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Hugo Rifkind

Theresa May desperately needs an opposition – and she doesn’t have one

Behind the bravado, this is not a strong government, but Labour isn’t holding it to proper scrutiny

4 February 2017

9:00 AM

4 February 2017

9:00 AM

‘For heaven’s sake, man, go!’ A week after the Brexit referendum, and that was David Cameron at the despatch box, on Jeremy Corbyn. It might be in the Tories’ interest for Corbyn to be leading the opposition, said Cameron, but it wasn’t in Britain’s, and he should push off sharpish.

At the time, it sounded a lot like deflection. As in, wind your neck in, Hamface. You’re the one who just lost a referendum and your own career, so don’t go blaming it on wild-eyed Grampa Simpson over there, just because he was too busy making jam to do enough press conferences. Latterly, though, I have begun to realise that Cameron was speaking not out of pique, but fear.

He knew that his defeat over the EU was a wound suffered not just by his particular government, but by government itself. Henceforth the Prime Minister, whoever that turned out to be, would be a hostage to populism, operating like a child who runs down a steep hill and cannot stop his little legs from pumping, even when the terror strikes. Moderation, prudence, caution, alternative views, or at the very least just enough friction to keep a steady speed — these were all going to have to come from the opposition. And there wasn’t one.

The great mistake of Labour moderates, I suppose, was to have engineered a battle for the soul of the opposition when there was nothing coherent to oppose. They should have waited until now. In the last few weeks, really quite abruptly, Theresa May’s government has coalesced into shape. We now know beyond any doubt which Brexit Brexit means, and it is a hard one of the most Brexity sort.


‘We are leaving the European Union, but we are not leaving Europe,’ Mrs May said in her Lancaster House speech, although her platitudes suddenly have subtext, and the subtext to this one was ‘more’s the pity’. Given the choice even between an emotional fraternity with the EU and one with Donald Trump’s America, we are going all guns for the latter. We’re those guys now. The Farage–ites have won.

Any idiot can sketch out an opposition to a government like that. Try it yourself on the back of a napkin. Personally, I’d start by abandoning the EU. Much as it pains me to say so, there’s simply no path for staying in. For one thing, the mechanics of another referendum are simply exhausting, and nobody will vote to be exhausted. Although keep the single market. Yes, your opponents will expect you to dance on a million pinheads about whether a majority voted for this or not, but ignore them. You’re an opposition, for God’s sake, and thus disagreeing with the thing a majority just voted for is rather the point. Then, with that out of the way, what you start shouting about and don’t stop shouting about is Donald Trump. What you want, you say, is for Britain to be Norway. Or if it helps, Switzerland. Whereas the Tories? They want Britain to be Mexico. And look what happened to Mexico.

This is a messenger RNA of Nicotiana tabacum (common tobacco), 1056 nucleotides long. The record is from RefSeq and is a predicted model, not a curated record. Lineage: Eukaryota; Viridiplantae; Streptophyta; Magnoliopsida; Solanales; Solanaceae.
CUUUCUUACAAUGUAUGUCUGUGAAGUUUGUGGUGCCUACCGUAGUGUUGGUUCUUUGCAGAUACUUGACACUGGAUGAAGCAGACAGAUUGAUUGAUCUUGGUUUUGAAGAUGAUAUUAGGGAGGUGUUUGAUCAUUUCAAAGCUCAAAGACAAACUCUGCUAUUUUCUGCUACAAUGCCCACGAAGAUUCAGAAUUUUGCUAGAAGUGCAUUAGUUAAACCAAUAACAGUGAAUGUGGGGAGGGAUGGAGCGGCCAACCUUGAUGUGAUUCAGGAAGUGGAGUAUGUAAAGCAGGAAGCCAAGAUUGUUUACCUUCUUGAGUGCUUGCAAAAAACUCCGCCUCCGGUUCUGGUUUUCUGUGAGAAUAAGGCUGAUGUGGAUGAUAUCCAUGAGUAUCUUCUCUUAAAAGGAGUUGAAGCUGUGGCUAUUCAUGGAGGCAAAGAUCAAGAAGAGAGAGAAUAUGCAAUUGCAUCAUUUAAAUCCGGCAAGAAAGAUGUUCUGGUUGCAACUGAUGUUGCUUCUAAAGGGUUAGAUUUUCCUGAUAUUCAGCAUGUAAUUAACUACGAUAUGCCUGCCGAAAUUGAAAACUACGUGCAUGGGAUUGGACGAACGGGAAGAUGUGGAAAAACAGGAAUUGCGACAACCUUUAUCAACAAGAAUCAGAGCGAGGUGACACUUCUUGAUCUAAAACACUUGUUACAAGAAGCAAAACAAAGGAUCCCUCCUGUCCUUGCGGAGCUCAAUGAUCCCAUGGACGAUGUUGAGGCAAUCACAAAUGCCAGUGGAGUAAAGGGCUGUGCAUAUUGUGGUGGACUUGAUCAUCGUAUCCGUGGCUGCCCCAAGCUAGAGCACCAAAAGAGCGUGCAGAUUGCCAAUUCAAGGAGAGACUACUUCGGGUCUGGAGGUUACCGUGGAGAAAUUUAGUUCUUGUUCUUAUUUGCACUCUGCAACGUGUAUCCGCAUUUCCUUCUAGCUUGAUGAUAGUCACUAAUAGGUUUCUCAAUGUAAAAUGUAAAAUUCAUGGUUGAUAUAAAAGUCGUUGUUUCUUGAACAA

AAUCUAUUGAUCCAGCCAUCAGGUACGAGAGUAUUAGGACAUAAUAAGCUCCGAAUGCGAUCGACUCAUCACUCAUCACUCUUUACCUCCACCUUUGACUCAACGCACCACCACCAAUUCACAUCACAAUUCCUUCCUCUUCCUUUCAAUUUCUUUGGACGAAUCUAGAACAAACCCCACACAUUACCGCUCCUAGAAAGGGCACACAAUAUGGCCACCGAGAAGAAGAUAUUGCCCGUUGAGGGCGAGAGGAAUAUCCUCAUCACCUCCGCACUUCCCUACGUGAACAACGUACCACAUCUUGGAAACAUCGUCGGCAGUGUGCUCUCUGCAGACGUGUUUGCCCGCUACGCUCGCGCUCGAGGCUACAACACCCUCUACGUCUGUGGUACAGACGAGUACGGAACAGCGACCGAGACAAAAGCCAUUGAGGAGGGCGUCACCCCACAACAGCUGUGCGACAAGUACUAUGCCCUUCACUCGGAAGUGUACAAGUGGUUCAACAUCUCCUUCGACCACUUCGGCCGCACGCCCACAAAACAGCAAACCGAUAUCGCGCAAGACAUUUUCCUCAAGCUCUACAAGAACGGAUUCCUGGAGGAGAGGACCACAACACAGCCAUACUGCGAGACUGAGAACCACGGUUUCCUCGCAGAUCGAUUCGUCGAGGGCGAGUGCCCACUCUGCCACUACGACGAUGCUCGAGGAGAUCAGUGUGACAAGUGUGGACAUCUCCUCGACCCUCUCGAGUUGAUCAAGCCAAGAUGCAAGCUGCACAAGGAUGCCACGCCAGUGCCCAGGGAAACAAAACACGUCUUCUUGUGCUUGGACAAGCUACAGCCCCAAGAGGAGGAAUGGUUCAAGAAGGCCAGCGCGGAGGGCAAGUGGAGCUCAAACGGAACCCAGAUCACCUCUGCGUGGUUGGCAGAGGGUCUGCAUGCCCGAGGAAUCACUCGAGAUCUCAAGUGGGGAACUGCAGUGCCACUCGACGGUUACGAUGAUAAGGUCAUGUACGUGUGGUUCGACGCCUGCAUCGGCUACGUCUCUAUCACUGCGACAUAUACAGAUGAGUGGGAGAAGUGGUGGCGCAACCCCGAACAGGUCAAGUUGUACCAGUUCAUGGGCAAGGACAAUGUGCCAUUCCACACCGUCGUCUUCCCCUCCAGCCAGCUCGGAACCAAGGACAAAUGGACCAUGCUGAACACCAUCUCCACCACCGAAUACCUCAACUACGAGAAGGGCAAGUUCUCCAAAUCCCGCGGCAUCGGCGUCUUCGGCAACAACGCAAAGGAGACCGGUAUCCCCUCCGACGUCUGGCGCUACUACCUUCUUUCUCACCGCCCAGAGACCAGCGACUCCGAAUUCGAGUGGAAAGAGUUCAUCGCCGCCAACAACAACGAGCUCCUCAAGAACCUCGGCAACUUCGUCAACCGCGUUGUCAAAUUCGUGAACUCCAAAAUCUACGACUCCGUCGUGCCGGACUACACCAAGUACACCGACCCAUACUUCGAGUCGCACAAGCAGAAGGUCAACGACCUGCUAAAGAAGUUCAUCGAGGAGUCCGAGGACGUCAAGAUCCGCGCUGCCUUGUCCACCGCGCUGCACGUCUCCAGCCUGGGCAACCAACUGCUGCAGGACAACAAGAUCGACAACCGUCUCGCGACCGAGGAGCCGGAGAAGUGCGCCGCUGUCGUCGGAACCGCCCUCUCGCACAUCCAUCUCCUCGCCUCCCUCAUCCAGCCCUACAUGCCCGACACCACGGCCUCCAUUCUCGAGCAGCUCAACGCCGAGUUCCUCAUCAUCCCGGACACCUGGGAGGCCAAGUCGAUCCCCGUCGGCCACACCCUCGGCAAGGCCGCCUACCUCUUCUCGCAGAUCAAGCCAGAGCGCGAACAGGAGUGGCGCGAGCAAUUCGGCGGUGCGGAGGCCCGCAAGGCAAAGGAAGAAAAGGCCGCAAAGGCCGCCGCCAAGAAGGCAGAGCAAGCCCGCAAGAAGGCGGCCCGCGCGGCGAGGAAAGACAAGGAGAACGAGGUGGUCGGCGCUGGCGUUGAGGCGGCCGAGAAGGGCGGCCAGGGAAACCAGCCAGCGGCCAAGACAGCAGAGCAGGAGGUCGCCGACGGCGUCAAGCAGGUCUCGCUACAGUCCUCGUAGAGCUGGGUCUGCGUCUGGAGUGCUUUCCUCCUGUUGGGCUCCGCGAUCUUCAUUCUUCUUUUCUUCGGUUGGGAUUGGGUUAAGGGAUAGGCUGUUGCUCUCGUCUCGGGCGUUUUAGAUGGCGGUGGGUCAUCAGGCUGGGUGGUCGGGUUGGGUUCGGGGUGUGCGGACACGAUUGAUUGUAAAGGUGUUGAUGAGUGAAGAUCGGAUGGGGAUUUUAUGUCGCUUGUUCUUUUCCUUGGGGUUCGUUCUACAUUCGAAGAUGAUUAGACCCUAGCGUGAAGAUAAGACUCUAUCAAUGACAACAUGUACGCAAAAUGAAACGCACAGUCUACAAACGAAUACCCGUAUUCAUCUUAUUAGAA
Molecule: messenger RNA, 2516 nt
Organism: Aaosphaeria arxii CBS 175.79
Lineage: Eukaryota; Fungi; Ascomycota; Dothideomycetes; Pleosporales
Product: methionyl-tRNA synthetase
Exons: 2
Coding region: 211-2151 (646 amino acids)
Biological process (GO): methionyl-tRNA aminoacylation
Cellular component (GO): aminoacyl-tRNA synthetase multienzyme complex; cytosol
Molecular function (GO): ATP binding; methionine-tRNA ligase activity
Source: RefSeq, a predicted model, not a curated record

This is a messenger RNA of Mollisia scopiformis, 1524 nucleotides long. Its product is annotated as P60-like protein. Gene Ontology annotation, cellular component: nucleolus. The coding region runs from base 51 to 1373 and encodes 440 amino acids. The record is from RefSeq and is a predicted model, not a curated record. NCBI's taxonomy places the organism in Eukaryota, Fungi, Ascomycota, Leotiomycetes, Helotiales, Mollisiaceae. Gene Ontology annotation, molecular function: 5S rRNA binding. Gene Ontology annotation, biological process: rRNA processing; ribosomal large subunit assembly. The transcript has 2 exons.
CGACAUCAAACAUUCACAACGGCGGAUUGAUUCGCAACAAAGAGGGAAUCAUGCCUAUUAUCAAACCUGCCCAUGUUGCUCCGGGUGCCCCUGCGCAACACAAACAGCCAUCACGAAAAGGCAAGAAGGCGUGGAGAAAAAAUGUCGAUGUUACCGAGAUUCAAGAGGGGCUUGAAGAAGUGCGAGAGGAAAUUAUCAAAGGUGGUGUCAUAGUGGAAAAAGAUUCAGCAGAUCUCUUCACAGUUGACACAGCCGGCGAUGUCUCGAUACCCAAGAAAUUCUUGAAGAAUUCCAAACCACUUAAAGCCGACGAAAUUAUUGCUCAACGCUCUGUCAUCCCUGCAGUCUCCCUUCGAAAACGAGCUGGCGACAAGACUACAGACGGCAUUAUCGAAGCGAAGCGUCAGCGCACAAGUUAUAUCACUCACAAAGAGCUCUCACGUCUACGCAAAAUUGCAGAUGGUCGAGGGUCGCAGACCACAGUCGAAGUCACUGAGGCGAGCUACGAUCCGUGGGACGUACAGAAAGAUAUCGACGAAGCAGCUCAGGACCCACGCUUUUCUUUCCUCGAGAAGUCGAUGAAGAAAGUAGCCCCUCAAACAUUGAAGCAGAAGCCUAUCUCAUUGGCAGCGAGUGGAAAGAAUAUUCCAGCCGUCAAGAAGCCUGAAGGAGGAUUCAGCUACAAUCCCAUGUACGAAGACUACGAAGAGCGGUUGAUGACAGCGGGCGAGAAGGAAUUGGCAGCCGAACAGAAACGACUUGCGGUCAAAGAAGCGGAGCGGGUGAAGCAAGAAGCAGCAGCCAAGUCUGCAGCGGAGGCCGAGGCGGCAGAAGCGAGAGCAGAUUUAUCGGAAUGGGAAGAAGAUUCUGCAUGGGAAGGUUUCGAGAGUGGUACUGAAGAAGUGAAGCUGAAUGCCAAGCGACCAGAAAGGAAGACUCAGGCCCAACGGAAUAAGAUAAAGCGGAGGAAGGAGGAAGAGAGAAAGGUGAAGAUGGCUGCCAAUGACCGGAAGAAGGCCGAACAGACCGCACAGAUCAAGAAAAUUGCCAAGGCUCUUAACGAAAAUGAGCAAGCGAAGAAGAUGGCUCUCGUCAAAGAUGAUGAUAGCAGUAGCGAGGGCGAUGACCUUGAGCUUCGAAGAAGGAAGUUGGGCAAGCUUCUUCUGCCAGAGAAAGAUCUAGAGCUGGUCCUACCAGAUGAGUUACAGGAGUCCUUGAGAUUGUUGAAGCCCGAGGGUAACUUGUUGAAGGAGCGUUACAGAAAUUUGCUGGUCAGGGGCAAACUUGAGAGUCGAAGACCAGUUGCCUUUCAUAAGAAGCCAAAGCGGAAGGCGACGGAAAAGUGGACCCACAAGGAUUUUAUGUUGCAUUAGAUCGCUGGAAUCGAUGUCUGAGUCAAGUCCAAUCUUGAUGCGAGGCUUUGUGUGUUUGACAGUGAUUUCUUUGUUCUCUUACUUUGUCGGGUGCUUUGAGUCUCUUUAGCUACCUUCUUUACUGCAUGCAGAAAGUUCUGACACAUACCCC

That’s not the sort of opposition we’ve got. You could go mad trying to understand Labour’s position on Brexit. It heads off in one direction, then curls back on itself, upside down, like a work by Escher. I’m startled so many shadow ministers have resigned in protest against it, because that suggests they’ve managed to figure out what it is.

Inasmuch as I can make out, Corbyn hates the single market but is pretending to love it, with his only public caveat being that he can’t stomach the freedom of movement aspect, whereas in reality that’s the only part of it he actually likes. And all of this twisting is designed to make voters in Labour’s provincial heartlands think he might agree with their views, which he doesn’t, while also making voters in Labour’s metropolitan seats think he might agree with their diametrically opposed views, which, almost magically, he doesn’t either.

For the Lib Dems, meanwhile, a coherent alternative Brexit policy is tantalisingly close. Stretch, and their fingertips could almost touch it. Practicality, though, is not their forte. What they have not done, and perhaps cannot do, is accept that we really are leaving the EU. Probably they all know it, but you can feel the worried side-glances they must be casting each other in meetings, wondering who will be the first to say so. Their second referendum plan is confusing, sounds duplicitous and frankly just seems a lot of work. Then there’s the SNP, whose whole stance on Brexit is really just a throat-clearing exercise before a different conversation altogether.

Look, I’m not blind. Brexit is happening, and it is happening hard. None of the above is going to make Labour or the Lib Dems win an election, because the problems of both are structural and generational and huge. But what it may do is give them all a point to being alive. Plus, damn it, this is simply what an opposition is supposed to do. This is not a strong government. Peek behind the bravado and you will see that it is secretly terrified, both of its own right-wing backbenchers and of others, unelected, further right still. That’s not scrutiny, however. That’s something else. A proper opposition is one that faces you down, rather than chasing you to run further and faster. Both Corbyn and Farron need to get it together. Or for heaven’s sake, go.

 

Hugo Rifkind is a writer for the Times.


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